How Saudi Arabia can boost its appeal for (global) sports tourism

28 March 2022 3 min. read
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Saudi Arabia has set the objective to grow its appeal for ‘sport tourists’ – tourists who either visit the country for a (major) sporting event or for performing recreational sports themselves. According to research from KPMG, in order to be successful, the Kingdom should cater to the diverse needs of all different types of tourists.

At present, the sports sector contributes around 0.2% of the Kingdom’s GDP, while the tourism sector contributes about 3%, according to the Ministry of Sport and the Ministry of Tourism. The two ministries have ambitious targets for growth: sports should contribute 0.6% of GDP and tourism 10% by 2030.

In its new report, titled ‘Competitive edge: The unfolding potential for sports tourism in Saudi Arabia’, experts from KPMG outline how one of the major drivers for growth sits at the crossroads of the two: sports tourism.

Recently held sports events in Saudi Arabia

The most well-known form of sports tourism is what KPMG describes as ‘spectator sports tourism’, referring to multi-sports games such as Olympics, Asian Games, Asia Cup, World Cup, Formula One, and more.

Saudi Arabia is for example already home to a Formula One race (in Jeddah, which was won yesterday by the Dutchman Max Verstappen in an epic head to head battle with Charles Leclerc), an international tennis and golf tournament, and several high-profile football games (the Saudi football team is one of Asia’s most successful, having won the Asian Cup three times). 

“Last year has already seen a large increase in activities and events hosted in Saudi Arabia, showcasing the capabilities and ambitions of hosting large-scale regional and global events,” said Hanan Alowain, Partner, Government and Public Sector at KPMG in Saudi Arabia.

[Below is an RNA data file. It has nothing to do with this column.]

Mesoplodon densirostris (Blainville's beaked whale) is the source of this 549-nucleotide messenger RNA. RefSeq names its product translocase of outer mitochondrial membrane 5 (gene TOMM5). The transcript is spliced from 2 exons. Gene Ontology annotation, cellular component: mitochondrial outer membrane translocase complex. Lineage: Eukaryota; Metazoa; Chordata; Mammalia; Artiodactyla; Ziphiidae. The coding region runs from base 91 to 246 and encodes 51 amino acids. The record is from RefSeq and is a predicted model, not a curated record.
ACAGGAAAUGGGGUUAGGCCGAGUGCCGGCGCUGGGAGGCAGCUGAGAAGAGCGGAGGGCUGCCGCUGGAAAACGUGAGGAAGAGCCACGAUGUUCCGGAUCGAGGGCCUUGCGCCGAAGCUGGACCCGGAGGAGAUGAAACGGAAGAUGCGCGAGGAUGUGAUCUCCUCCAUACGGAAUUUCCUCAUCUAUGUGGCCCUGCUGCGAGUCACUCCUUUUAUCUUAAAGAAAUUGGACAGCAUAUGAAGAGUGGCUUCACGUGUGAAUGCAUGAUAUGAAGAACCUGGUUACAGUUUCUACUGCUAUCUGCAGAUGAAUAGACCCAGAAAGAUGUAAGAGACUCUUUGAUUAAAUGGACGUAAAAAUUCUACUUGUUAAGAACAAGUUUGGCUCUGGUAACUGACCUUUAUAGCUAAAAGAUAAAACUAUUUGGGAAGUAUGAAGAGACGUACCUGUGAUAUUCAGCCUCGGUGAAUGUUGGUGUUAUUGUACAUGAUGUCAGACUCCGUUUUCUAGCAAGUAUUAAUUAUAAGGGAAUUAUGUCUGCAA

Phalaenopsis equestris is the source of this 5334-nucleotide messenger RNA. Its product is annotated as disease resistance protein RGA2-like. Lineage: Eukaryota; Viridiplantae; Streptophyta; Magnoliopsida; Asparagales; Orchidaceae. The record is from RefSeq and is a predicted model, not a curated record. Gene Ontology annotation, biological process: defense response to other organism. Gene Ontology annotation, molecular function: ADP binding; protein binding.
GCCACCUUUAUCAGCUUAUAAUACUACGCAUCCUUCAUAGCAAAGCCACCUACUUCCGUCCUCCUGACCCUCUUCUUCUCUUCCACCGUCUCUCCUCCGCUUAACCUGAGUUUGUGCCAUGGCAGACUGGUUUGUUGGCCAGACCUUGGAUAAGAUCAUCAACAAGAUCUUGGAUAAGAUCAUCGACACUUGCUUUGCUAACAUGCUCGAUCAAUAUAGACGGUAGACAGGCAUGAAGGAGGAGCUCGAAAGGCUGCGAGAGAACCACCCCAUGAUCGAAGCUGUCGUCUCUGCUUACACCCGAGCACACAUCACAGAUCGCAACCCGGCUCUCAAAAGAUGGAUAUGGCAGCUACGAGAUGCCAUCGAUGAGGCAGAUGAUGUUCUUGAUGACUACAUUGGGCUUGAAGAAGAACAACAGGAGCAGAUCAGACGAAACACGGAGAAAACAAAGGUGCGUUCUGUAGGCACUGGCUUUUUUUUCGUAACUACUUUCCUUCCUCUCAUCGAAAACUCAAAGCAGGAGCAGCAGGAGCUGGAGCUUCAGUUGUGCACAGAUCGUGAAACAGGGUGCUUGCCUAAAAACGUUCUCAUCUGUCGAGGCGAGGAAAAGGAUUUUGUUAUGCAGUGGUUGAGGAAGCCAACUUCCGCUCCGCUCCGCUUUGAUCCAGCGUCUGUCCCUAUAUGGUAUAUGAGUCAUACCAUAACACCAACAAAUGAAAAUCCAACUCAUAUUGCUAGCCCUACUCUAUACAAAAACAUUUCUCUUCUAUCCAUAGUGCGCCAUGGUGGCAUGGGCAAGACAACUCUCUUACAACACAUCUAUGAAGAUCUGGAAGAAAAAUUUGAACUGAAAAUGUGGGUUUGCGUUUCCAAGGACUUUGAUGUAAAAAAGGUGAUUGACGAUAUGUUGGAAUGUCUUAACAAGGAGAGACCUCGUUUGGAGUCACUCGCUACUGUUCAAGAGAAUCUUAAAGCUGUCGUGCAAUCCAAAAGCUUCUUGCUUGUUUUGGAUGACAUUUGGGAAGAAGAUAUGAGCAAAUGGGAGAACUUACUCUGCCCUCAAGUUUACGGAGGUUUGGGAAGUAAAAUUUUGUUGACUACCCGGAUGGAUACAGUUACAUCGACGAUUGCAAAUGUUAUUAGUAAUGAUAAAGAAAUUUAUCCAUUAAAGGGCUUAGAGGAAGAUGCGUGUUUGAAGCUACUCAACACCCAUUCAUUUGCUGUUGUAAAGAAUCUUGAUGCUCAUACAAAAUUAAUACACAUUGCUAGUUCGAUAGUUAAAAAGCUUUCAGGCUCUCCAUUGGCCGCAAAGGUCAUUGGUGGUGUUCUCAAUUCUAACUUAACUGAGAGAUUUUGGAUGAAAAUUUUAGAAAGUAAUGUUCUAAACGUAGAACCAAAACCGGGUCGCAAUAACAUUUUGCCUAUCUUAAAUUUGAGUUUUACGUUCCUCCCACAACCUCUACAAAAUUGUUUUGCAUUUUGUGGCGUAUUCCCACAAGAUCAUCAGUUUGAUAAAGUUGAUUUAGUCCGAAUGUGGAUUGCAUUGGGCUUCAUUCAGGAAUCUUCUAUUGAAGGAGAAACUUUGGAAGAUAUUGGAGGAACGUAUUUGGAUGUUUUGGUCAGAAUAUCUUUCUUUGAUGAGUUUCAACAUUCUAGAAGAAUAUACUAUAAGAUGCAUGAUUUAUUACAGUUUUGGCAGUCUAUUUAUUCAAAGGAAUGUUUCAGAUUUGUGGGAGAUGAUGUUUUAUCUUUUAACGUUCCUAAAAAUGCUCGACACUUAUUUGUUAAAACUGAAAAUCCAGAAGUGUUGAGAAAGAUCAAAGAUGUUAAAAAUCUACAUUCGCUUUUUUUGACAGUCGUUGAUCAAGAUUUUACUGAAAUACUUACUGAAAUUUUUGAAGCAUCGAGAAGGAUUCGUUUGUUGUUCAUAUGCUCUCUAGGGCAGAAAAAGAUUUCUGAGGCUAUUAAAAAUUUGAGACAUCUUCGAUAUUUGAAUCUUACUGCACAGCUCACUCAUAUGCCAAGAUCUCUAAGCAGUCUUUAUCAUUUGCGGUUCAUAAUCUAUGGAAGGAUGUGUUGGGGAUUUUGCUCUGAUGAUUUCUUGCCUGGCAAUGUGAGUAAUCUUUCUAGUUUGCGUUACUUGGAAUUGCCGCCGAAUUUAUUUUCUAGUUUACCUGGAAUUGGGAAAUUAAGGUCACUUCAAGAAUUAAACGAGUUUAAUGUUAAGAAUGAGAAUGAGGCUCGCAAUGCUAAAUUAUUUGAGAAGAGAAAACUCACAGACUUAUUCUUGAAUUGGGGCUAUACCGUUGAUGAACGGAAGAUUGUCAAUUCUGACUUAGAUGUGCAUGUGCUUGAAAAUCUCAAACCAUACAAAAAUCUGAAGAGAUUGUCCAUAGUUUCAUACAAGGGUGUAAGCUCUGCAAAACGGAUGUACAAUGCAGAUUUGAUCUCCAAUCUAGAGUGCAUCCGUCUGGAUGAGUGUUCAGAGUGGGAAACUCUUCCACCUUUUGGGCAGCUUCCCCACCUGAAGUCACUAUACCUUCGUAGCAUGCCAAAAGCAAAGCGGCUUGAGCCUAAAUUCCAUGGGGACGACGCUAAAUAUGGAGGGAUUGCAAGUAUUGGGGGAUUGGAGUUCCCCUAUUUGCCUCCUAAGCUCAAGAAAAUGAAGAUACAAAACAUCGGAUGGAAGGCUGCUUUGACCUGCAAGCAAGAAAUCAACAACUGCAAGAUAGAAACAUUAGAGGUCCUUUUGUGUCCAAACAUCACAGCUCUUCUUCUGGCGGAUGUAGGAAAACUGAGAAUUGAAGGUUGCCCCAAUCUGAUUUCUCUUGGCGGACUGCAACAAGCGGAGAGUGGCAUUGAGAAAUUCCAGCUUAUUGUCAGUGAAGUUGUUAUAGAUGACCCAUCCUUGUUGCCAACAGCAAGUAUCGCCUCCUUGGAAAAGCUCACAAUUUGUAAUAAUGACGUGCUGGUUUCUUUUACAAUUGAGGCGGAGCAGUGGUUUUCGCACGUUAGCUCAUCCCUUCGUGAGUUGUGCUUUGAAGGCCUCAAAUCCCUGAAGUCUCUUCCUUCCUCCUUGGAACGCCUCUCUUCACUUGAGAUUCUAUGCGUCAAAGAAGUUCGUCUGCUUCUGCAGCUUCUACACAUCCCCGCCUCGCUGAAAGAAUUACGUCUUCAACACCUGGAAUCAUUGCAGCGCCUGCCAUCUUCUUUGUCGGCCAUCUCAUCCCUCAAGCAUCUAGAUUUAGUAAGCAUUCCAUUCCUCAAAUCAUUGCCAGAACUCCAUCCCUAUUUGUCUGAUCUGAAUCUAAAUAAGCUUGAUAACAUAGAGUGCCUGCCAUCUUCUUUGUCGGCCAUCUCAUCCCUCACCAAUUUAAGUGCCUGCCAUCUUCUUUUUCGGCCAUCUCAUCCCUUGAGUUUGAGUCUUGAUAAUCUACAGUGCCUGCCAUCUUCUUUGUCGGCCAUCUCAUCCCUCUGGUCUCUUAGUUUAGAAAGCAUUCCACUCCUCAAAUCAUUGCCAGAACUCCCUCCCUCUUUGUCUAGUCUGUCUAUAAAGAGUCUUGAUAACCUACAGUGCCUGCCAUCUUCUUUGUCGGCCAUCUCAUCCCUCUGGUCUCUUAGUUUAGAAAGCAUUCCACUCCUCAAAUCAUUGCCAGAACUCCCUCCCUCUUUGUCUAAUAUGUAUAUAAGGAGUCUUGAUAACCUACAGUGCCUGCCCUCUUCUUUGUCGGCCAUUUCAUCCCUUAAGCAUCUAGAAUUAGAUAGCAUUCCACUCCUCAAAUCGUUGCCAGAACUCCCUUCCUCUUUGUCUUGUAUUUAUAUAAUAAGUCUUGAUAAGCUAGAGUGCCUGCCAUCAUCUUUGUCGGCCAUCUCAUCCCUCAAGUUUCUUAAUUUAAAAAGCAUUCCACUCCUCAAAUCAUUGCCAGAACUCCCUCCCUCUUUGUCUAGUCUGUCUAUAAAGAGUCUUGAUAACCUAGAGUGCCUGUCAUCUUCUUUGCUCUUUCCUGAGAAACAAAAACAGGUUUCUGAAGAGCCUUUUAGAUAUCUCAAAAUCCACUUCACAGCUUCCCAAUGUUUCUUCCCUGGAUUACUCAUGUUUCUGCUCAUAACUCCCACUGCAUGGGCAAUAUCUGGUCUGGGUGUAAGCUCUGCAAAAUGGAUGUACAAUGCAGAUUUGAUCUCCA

According to reports, Saudi Arabia is currently working on plans to host what would be its largest sporting event in history: the 2030 World Cup

A second model of sports tourism noted by KPMG is the ‘destination-dependent sports tourism’ category. This category groups tourists that are attracted to the Kingdom for its vast natural infrastructure. Examples include activities like diving and other watersports along the Red Sea coast, mountain climbing, as well as desert activities such as rally racing, running, cycling, motor and quad biking. 

The third category is billed as ‘alternative location sports tourism’, referring to the sport that tourists often play close to home when they are not on vacation. The sport – or entire vacation – is enhanced by the destination. A key example here is golf, already one of the most prolific tourism sports around the world. 

In its report, KPMG’s researchers contest that “Saudi Arabia’s landscape and coastline can provide an outstanding and spectacular environment for sports and could be a a game changer. Today home to 14 golf courses (7 on grass and 7 on sand), there are plans to build more than 10 new golf courses across the country over the next decade.

Rounding off the four categories identified, ‘participation-driven sports tourism’ refers to mass participation in sport activities, such as desert running and cycling races. Often, the event combines elite and amateur competitions.

From vision to action

The researchers conclude that sports tourism has a large potential to complement the already large flow of religious tourism into the country. Realizing this however requires “a clear multi-sport and multi-tourist strategy”, “investments in infrastructure”, and “coordination between organizers, mainly the private sector, public sector enablers and national tourism promoters”.

A full list of KPMG’s key recommendations per sport tourist category:

Key learnings

According to data from Saudi’s Ministry of Tourism, the Kingdom is the biggest tourist destination in the Middle East with over 20 million visitors recorded in 2021. Over two thirds of tourists took part in religious pilgrimages to Mecca and Medina, among others.